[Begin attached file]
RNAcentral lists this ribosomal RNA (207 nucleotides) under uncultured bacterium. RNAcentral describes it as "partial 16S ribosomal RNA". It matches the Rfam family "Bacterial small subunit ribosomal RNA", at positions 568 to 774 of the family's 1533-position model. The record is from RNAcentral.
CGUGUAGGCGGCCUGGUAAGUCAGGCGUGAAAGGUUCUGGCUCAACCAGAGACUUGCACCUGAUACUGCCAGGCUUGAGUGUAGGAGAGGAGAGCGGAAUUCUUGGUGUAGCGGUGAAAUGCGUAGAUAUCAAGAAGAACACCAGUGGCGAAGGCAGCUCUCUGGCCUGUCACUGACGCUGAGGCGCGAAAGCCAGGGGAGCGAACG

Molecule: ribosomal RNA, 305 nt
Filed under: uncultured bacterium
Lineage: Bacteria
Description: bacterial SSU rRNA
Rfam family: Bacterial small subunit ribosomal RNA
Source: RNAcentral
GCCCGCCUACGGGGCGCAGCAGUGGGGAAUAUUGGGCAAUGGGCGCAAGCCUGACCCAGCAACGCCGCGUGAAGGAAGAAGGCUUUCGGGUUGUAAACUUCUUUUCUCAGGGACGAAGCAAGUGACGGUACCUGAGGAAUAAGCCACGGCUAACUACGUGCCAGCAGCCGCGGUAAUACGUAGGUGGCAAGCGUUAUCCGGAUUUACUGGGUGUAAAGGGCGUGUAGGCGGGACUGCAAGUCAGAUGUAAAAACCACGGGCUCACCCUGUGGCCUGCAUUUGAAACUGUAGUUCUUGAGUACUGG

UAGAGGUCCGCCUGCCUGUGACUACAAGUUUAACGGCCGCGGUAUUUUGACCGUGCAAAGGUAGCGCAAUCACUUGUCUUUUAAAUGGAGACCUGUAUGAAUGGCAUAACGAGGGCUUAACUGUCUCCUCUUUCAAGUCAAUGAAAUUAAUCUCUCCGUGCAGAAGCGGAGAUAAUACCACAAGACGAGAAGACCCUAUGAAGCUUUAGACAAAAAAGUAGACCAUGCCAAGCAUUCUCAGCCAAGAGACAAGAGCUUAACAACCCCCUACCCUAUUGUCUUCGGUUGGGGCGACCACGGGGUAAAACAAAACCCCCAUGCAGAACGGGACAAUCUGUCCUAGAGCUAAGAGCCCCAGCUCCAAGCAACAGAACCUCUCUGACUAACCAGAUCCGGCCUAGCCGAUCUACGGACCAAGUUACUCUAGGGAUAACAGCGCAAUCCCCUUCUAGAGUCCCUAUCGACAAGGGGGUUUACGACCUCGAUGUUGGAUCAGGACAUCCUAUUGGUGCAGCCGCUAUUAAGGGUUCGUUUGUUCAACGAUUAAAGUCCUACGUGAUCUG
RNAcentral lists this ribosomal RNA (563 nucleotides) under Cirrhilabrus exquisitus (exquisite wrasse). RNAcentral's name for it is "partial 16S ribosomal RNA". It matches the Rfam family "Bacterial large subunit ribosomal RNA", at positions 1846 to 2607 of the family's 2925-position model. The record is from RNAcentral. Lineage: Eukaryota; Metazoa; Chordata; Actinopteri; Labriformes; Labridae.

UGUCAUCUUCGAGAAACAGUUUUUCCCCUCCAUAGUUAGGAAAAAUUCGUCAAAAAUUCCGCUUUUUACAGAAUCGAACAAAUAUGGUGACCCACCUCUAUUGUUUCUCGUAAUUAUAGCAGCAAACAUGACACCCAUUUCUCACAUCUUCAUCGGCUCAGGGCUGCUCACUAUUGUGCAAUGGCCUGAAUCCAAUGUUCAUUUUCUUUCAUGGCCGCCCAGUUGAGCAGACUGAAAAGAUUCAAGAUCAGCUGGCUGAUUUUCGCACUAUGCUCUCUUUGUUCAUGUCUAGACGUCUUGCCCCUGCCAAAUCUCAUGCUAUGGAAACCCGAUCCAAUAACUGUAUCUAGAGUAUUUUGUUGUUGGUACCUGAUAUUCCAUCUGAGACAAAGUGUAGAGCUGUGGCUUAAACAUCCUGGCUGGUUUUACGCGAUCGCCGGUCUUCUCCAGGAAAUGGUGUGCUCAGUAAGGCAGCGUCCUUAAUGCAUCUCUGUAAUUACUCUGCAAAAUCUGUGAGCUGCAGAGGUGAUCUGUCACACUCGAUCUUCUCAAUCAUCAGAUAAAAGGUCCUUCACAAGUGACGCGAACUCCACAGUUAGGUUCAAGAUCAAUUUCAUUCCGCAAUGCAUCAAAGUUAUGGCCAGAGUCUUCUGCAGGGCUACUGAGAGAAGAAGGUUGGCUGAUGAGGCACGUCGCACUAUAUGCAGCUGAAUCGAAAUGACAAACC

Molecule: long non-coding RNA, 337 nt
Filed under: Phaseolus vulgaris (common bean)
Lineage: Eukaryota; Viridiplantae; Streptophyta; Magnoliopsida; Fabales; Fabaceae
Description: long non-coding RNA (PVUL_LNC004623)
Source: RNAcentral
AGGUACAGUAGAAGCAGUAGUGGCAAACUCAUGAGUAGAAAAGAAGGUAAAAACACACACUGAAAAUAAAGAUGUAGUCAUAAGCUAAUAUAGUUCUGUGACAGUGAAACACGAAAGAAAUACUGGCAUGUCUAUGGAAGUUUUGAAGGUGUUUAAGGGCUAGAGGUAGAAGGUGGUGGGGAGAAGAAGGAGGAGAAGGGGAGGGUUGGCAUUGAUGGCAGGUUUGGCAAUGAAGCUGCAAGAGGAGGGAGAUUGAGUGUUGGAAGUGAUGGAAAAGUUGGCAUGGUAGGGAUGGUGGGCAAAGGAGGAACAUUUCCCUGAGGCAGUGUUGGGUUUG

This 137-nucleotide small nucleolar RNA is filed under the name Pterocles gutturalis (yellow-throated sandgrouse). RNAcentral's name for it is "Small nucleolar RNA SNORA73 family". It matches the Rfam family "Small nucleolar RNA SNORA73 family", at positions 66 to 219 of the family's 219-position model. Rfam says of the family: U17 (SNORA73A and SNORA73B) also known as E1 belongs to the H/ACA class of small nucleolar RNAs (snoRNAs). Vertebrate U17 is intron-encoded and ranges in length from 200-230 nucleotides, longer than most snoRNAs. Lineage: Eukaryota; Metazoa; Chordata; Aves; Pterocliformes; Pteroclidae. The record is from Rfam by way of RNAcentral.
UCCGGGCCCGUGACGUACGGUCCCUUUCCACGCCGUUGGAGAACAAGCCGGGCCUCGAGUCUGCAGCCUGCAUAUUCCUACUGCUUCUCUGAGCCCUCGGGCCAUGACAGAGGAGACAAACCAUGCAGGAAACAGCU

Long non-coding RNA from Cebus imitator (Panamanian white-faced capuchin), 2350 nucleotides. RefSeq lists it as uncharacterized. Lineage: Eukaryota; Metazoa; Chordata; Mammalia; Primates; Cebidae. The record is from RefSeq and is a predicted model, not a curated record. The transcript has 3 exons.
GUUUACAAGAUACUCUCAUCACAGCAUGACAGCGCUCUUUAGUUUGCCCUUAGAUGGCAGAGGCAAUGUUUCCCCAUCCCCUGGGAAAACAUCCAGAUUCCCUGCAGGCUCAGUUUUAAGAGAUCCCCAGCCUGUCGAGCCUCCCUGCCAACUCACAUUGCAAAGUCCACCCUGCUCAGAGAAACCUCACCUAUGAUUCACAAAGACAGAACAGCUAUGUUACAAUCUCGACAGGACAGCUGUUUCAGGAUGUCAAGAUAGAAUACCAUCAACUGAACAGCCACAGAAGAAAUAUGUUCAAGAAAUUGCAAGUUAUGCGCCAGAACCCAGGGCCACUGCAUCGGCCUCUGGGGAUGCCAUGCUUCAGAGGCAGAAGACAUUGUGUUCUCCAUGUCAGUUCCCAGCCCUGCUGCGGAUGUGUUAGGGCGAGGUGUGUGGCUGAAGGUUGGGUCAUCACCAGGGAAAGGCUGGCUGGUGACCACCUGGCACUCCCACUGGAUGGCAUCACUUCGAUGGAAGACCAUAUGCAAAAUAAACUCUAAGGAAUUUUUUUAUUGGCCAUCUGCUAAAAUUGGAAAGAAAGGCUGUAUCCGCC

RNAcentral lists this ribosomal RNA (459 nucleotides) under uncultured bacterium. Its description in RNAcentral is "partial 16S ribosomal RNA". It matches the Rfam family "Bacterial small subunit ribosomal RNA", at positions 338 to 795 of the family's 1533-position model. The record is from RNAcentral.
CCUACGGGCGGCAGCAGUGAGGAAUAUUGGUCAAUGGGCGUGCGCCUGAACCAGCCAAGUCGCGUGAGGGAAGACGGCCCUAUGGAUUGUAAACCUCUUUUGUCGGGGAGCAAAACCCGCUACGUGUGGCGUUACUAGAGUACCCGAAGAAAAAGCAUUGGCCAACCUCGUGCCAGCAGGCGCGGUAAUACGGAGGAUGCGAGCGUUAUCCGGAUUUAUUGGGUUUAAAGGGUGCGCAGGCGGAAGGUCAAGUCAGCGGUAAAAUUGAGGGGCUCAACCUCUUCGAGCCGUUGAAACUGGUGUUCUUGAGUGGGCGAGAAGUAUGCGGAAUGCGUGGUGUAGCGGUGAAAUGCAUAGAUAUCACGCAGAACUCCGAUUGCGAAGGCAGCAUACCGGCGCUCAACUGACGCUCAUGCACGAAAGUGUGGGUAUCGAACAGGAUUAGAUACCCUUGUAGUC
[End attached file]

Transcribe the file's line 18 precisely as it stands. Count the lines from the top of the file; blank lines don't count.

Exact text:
AGGUACAGUAGAAGCAGUAGUGGCAAACUCAUGAGUAGAAAAGAAGGUAAAAACACACACUGAAAAUAAAGAUGUAGUCAUAAGCUAAUAUAGUUCUGUGACAGUGAAACACGAAAGAAAUACUGGCAUGUCUAUGGAAGUUUUGAAGGUGUUUAAGGGCUAGAGGUAGAAGGUGGUGGGGAGAAGAAGGAGGAGAAGGGGAGGGUUGGCAUUGAUGGCAGGUUUGGCAAUGAAGCUGCAAGAGGAGGGAGAUUGAGUGUUGGAAGUGAUGGAAAAGUUGGCAUGGUAGGGAUGGUGGGCAAAGGAGGAACAUUUCCCUGAGGCAGUGUUGGGUUUG